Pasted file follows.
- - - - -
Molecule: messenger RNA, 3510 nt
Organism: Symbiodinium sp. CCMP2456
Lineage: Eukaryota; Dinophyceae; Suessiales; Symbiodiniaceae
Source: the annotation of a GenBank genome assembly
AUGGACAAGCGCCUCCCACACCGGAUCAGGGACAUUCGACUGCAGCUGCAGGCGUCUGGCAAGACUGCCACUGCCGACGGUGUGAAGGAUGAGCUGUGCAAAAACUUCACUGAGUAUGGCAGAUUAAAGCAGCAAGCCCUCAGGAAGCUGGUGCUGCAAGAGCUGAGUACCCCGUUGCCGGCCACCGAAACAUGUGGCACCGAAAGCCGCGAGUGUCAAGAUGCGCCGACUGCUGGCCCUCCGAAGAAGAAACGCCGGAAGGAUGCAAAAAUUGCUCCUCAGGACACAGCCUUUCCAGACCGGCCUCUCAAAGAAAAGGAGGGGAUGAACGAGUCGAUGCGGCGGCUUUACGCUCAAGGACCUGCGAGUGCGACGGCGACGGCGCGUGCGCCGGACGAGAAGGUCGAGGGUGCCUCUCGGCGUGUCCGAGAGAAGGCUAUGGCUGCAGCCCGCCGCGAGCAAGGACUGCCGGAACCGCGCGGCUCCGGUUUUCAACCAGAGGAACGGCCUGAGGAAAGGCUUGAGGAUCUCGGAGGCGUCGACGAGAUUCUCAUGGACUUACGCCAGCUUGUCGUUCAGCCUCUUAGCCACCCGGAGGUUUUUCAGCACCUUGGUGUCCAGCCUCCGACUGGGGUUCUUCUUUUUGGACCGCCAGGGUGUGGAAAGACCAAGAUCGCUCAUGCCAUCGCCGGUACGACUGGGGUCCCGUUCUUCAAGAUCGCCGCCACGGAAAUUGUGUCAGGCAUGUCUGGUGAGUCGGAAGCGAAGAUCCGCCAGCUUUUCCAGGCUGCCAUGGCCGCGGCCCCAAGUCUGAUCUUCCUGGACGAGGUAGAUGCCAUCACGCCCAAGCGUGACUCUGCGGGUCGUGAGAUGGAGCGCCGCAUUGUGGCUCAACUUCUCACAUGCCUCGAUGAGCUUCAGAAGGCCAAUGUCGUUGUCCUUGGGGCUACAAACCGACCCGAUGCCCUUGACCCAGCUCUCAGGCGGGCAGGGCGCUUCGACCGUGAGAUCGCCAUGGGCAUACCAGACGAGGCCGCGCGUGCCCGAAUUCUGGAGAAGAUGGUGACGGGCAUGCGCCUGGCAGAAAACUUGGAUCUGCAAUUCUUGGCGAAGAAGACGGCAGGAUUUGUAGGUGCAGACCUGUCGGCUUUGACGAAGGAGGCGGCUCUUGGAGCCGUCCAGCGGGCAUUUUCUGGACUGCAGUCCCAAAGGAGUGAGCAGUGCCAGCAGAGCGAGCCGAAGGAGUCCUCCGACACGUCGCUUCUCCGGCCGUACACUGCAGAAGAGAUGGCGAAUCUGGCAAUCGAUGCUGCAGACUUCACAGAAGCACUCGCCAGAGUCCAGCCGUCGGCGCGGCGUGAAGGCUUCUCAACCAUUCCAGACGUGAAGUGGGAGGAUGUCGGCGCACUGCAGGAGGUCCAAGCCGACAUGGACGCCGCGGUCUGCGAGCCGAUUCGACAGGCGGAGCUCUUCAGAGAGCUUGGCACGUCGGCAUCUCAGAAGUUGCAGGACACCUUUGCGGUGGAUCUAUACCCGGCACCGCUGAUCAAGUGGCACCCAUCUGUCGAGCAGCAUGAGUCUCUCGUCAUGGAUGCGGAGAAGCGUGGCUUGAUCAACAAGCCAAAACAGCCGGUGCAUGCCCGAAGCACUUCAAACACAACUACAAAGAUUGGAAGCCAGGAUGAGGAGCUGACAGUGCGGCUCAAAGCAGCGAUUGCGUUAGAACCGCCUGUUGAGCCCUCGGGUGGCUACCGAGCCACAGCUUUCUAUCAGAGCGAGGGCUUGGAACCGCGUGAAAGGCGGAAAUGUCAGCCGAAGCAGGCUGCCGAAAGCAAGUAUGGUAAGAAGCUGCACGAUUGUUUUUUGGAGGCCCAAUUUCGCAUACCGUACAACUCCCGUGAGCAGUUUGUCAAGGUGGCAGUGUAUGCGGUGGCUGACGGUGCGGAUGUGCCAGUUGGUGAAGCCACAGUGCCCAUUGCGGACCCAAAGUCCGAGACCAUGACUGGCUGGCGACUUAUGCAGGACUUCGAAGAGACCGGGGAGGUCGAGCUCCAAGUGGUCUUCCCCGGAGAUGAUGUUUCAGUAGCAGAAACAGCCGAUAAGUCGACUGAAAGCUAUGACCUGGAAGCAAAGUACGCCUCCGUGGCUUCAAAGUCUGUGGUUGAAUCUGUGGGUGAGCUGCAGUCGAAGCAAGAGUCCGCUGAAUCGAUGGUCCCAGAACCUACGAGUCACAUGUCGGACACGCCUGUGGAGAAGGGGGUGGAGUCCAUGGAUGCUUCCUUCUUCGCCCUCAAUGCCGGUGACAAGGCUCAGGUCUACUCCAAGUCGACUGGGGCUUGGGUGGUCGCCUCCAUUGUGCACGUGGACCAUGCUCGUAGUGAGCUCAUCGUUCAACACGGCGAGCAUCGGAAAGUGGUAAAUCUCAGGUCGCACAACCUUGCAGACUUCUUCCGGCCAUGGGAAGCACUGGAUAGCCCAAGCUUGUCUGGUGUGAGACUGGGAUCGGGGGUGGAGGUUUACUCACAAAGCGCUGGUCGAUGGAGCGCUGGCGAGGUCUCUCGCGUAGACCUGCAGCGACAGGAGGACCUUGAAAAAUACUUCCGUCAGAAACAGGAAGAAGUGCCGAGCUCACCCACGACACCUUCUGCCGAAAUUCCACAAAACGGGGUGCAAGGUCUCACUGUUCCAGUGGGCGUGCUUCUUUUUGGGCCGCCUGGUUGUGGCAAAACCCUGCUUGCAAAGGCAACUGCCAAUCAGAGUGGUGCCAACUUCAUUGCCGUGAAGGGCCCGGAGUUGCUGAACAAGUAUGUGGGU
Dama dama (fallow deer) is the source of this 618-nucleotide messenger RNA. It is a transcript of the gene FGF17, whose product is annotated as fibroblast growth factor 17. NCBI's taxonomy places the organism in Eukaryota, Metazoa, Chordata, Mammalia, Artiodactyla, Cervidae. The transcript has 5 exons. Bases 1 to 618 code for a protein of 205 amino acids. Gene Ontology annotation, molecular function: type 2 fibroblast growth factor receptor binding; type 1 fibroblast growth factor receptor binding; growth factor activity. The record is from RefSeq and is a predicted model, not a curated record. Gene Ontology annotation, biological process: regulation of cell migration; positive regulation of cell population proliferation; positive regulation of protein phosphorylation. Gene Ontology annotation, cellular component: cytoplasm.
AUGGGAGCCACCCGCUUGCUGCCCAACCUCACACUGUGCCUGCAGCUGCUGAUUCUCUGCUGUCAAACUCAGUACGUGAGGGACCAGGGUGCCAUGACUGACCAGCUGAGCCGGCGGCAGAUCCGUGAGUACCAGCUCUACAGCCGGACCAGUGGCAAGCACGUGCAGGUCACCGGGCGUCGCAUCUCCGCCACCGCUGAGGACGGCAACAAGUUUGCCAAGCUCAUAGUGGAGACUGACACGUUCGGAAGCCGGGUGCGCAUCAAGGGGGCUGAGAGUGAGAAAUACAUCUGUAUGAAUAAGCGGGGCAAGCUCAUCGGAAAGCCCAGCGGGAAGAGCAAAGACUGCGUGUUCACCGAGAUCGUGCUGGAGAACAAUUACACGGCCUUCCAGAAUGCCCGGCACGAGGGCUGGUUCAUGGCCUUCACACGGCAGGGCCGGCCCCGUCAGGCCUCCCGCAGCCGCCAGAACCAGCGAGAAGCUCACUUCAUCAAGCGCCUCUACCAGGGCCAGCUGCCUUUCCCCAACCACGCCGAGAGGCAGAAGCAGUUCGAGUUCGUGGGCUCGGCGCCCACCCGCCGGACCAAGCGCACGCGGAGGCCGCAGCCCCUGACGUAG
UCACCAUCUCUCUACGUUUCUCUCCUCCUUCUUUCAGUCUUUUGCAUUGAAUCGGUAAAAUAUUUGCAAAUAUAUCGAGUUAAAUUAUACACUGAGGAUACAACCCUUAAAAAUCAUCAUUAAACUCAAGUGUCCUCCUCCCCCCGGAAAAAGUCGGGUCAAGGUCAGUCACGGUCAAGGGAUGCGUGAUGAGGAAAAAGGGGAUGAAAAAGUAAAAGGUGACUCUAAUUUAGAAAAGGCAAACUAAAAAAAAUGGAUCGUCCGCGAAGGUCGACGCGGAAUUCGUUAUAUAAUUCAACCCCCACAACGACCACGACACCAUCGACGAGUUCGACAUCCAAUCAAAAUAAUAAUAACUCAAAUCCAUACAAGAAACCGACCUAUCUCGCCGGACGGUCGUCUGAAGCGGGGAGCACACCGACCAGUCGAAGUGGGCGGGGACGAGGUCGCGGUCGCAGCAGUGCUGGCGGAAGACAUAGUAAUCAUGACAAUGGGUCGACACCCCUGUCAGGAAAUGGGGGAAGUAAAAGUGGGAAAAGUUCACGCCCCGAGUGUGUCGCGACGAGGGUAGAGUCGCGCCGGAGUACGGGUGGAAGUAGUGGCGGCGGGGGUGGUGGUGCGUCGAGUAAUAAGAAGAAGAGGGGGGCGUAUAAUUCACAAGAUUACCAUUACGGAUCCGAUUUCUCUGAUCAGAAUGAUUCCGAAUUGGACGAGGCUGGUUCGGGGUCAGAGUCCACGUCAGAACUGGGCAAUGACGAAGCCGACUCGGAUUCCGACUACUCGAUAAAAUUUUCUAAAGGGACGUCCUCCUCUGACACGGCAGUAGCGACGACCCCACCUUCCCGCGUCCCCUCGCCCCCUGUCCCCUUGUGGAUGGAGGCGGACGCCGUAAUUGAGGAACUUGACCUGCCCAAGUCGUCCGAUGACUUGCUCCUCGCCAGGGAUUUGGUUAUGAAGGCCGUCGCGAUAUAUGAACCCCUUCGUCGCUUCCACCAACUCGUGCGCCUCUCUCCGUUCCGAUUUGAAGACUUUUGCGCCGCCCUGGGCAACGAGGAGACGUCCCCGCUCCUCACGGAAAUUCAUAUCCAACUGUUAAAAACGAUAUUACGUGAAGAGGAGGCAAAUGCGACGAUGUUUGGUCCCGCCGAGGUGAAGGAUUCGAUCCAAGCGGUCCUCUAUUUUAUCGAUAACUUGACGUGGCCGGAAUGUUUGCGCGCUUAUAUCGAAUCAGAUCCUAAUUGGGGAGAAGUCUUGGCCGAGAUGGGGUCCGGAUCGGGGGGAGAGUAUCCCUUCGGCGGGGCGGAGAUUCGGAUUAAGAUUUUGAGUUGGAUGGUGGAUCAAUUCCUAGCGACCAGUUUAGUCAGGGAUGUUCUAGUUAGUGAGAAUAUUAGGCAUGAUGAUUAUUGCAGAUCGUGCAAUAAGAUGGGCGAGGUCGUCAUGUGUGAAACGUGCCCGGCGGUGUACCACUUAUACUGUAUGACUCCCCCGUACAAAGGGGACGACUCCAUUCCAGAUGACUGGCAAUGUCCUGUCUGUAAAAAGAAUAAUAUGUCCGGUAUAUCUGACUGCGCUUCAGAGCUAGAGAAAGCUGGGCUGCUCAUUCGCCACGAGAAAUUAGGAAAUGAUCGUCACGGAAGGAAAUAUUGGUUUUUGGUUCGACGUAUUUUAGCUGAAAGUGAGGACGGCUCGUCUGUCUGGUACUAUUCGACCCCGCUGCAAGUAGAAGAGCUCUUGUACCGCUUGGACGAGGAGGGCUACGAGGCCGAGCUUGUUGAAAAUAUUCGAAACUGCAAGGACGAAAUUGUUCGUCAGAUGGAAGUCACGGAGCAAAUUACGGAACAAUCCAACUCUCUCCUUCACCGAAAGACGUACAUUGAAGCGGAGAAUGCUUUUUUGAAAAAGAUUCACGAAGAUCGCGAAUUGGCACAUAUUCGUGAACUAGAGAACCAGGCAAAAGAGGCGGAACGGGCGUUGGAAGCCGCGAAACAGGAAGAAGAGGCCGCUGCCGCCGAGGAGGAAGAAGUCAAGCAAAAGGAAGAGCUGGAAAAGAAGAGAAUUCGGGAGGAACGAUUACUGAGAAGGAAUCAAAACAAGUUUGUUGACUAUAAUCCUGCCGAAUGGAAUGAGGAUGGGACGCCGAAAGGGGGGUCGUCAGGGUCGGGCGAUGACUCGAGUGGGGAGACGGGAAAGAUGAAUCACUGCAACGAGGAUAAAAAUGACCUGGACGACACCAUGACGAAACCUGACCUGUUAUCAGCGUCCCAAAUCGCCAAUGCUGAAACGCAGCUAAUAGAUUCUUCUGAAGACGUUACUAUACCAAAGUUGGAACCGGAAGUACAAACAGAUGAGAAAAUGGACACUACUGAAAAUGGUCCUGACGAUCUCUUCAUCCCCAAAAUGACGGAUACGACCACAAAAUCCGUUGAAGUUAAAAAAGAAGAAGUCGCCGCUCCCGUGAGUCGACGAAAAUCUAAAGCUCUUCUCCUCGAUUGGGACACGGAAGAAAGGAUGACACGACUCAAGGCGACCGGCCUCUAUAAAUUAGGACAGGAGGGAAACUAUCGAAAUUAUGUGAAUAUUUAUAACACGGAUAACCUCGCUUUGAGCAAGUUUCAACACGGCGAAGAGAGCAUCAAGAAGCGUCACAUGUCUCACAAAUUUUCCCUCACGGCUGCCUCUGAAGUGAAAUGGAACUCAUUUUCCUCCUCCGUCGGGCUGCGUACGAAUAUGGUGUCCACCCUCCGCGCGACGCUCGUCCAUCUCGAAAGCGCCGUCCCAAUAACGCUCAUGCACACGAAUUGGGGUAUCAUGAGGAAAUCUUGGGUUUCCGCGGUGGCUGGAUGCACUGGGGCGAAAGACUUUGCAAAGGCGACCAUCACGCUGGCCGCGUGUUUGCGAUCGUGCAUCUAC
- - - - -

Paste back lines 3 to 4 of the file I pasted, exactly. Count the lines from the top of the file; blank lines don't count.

Lineage: Eukaryota; Dinophyceae; Suessiales; Symbiodiniaceae
Source: the annotation of a GenBank genome assembly